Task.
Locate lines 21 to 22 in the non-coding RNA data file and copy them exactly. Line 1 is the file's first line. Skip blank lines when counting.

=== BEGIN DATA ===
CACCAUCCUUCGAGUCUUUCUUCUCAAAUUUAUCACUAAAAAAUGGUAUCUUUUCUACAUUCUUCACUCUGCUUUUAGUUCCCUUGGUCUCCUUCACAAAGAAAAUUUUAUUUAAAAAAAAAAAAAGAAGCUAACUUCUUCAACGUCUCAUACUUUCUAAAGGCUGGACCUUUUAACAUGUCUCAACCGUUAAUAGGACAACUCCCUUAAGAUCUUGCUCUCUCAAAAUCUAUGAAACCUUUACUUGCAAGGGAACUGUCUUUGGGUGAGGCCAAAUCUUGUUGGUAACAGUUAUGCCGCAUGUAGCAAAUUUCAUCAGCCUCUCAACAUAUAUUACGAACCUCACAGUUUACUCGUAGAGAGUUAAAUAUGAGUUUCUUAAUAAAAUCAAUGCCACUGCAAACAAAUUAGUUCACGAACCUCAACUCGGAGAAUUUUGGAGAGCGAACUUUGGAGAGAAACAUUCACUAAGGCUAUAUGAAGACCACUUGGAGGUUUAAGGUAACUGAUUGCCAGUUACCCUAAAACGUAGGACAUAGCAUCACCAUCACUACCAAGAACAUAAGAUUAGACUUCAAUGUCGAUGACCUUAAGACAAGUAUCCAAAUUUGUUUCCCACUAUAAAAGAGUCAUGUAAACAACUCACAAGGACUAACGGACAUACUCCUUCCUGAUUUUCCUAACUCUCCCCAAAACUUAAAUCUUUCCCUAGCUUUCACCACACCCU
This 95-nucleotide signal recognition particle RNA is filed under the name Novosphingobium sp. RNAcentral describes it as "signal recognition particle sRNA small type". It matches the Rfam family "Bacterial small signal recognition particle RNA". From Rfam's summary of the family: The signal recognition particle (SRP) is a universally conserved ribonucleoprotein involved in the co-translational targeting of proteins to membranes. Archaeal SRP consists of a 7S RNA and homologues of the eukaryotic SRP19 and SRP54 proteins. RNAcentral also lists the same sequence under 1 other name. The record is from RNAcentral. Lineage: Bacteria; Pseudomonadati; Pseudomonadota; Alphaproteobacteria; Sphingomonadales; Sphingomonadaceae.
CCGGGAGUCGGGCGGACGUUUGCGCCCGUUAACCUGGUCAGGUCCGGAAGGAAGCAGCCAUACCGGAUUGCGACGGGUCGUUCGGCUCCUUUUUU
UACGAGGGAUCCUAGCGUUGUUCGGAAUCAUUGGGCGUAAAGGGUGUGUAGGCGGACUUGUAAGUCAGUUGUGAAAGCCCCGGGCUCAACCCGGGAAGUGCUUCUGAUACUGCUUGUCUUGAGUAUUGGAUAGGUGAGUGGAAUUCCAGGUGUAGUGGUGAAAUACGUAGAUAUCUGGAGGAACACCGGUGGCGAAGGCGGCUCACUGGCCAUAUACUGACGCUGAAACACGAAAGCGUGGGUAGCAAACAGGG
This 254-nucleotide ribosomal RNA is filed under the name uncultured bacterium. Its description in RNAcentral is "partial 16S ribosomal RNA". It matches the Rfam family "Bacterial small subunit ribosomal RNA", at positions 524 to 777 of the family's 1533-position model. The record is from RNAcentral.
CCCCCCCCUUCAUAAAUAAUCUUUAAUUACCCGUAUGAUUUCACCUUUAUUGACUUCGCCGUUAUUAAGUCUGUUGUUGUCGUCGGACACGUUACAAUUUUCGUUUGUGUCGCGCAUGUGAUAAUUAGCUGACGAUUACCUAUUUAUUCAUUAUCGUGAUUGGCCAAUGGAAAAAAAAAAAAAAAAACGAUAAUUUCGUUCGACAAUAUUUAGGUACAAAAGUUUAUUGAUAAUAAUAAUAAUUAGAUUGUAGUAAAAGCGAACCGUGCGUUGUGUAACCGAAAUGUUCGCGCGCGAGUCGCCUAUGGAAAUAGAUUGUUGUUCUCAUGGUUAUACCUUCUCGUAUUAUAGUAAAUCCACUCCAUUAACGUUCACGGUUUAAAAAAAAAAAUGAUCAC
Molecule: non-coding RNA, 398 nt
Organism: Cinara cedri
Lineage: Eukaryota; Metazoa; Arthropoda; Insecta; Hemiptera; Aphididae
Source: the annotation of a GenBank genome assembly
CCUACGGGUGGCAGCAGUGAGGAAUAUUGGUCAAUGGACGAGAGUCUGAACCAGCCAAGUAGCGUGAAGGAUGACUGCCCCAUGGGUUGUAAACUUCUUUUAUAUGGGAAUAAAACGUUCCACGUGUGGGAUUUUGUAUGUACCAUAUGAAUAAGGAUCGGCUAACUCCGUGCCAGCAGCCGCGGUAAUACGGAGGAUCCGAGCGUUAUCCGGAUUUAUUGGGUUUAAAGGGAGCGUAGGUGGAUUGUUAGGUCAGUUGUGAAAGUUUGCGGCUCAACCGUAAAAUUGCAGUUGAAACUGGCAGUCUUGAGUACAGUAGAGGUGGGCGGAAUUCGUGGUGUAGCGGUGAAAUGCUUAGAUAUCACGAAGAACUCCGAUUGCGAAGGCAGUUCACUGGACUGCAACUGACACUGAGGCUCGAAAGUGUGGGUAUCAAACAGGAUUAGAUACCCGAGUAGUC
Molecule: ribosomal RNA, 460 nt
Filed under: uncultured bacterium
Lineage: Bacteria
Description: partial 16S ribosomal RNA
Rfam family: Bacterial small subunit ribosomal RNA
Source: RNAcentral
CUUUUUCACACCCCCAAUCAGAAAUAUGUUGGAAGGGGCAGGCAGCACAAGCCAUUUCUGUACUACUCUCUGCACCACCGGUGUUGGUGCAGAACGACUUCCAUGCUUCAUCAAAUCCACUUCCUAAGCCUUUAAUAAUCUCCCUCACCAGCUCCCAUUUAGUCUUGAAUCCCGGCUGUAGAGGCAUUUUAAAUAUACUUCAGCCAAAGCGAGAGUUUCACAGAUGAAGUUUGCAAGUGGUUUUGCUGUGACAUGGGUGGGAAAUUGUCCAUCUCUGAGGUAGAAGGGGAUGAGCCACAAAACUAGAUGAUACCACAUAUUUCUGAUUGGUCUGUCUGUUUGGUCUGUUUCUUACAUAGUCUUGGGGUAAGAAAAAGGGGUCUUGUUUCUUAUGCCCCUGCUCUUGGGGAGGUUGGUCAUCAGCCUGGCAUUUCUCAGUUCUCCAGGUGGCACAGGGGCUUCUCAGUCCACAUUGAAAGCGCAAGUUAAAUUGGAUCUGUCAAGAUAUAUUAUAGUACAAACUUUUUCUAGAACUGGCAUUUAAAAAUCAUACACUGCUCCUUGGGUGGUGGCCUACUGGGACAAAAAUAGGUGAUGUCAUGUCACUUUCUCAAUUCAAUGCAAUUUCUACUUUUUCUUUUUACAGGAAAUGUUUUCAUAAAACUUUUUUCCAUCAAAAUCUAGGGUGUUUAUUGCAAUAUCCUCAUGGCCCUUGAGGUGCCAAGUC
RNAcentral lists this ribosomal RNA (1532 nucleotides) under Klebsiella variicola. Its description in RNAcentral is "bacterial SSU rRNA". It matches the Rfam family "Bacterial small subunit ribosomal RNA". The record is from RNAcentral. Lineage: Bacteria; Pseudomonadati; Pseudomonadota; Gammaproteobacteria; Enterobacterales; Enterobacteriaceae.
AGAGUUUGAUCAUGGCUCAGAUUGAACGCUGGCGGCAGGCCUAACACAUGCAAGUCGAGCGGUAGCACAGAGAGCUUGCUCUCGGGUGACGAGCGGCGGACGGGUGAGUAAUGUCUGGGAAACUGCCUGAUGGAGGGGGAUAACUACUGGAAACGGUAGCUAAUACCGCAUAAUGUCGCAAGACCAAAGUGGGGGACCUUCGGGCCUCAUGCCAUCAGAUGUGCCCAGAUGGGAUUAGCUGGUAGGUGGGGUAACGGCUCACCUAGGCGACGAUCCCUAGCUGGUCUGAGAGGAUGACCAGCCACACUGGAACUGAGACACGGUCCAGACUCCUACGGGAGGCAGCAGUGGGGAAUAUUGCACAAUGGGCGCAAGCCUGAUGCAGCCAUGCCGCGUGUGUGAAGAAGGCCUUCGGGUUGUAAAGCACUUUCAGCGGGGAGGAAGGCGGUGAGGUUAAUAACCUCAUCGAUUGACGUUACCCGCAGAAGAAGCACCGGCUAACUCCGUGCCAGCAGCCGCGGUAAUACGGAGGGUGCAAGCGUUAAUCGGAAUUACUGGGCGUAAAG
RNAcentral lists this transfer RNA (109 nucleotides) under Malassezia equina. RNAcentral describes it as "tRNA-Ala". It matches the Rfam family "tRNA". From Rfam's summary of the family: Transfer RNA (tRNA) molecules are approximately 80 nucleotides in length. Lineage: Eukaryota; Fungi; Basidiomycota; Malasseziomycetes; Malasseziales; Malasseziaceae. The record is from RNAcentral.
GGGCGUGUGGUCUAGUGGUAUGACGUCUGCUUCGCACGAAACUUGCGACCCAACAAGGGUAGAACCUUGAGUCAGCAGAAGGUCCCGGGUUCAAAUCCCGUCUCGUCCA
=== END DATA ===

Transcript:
RNAcentral lists this transfer RNA (109 nucleotides) under Malassezia equina. RNAcentral describes it as "tRNA-Ala". It matches the Rfam family "tRNA". From Rfam's summary of the family: Transfer RNA (tRNA) molecules are approximately 80 nucleotides in length. Lineage: Eukaryota; Fungi; Basidiomycota; Malasseziomycetes; Malasseziales; Malasseziaceae. The record is from RNAcentral.
GGGCGUGUGGUCUAGUGGUAUGACGUCUGCUUCGCACGAAACUUGCGACCCAACAAGGGUAGAACCUUGAGUCAGCAGAAGGUCCCGGGUUCAAAUCCCGUCUCGUCCA